Ultra-processed and secretly produced foods are cheered by consumers and investors because they are plant-based--often vegan--and help address societal issues. Investigative reporter Larissa Zimberoff pokes holes in the mania behind today's changing food landscape and clearly shows the trade-offs of replacing real food with technology-driven approximations.
This fascinating overview of efforts to create a sustainable, cruelty-free meat substitute will take a well-deserved place on the shelf alongside works such as Michael Pollan’s The Omnivore’s Dilemma, Mary Roach’s Gulp, and Eric Schlosser's Fast Food Nation ... An engaging, thorough examination of the transformation of the food industry as it relates to sustainability and creating alternatives to the slaughterhouse. Highly recommended.
This is an opportune time to put out a future-of-food book ... The bulk of Technically Food’s real estate is devoted to plant-based foods, which hold appeal for nutritional and ethical reasons as much as for environmental ones ... Technically Food reads agreeably and pluckily, like an extended New Yorker–style dispatch from Silicon Valley. But it’s more a snapshot in time than a cornerstone of your food-lit library; its ventures and products may be busts by this time next year. My hope is that, like such food historians before her as Harvey Levenstein and the Michaels Pollan and Moss, Zimberoff keeps at it, checking back in on her subjects, amassing a trilogy or tetralogy of books that definitively tells the story of 'future food' as it evolves over this decade.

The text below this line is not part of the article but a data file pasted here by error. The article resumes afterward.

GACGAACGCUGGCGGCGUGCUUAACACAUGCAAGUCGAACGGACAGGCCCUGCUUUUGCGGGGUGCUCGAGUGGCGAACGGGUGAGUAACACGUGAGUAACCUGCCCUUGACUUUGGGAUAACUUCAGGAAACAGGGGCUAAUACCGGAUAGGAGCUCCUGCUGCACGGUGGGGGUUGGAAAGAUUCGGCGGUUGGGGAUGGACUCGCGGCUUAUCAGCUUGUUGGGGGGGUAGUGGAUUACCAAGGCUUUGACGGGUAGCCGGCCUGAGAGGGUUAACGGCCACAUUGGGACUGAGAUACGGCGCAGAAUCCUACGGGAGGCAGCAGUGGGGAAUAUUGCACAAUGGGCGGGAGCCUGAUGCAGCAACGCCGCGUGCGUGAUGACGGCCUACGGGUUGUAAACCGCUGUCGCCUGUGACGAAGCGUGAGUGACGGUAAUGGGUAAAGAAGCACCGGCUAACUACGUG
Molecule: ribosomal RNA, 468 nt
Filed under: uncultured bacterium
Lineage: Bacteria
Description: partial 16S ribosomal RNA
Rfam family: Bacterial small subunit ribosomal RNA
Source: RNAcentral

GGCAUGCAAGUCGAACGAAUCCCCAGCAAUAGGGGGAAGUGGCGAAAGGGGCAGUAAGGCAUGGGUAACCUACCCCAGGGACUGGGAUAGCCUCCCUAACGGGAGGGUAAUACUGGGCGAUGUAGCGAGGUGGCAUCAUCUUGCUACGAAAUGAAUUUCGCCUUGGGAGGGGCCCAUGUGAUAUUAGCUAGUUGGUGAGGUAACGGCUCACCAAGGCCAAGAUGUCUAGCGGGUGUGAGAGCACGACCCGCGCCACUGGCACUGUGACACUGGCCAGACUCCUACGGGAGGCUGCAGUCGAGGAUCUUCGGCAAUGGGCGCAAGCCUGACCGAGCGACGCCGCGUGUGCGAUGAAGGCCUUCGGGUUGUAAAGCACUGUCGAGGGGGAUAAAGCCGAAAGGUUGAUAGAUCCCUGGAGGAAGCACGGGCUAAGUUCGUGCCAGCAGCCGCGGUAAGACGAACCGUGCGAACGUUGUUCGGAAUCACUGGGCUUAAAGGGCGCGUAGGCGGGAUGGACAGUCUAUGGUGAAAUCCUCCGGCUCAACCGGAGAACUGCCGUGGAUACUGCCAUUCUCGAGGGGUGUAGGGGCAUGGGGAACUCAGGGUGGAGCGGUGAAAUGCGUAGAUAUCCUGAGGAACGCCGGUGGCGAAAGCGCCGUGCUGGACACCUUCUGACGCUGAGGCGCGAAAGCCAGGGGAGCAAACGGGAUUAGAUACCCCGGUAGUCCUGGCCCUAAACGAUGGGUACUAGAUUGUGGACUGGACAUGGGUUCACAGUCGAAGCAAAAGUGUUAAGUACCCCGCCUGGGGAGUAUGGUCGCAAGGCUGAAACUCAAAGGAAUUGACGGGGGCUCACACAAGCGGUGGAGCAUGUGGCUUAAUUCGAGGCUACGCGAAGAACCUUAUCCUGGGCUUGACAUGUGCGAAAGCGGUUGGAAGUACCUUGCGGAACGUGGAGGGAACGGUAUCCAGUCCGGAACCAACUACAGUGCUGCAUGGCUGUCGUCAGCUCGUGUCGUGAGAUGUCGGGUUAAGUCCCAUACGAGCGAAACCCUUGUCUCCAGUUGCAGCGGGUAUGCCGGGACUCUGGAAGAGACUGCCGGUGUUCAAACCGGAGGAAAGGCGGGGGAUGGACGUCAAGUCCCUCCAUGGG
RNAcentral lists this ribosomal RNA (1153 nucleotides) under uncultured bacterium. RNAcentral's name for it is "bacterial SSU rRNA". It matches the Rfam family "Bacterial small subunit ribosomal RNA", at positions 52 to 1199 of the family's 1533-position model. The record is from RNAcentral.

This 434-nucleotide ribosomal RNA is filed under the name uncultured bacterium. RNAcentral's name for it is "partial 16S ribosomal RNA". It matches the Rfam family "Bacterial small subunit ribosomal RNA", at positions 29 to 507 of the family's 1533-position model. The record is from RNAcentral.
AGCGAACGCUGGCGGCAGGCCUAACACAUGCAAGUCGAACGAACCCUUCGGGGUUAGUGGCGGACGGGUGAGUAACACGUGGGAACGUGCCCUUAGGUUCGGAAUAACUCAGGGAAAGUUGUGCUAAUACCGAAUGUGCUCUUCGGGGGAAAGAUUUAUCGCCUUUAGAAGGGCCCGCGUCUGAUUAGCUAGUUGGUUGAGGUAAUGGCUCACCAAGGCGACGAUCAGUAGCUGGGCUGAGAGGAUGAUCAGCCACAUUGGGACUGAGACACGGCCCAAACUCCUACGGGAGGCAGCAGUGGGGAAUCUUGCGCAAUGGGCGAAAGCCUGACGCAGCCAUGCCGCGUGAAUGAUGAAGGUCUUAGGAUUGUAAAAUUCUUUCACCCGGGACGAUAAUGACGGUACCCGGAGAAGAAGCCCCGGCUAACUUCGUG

Journalist Zimberoff debuts with a breezy and informative survey of the food-tech industry, noting both the promise and perils of the innovations that are changing the way people eat ... Zimberoff excels at making complex issues accessible, and she leavens her survey with dashes of dry humor ... Anyone curious about the future of food should give this a look.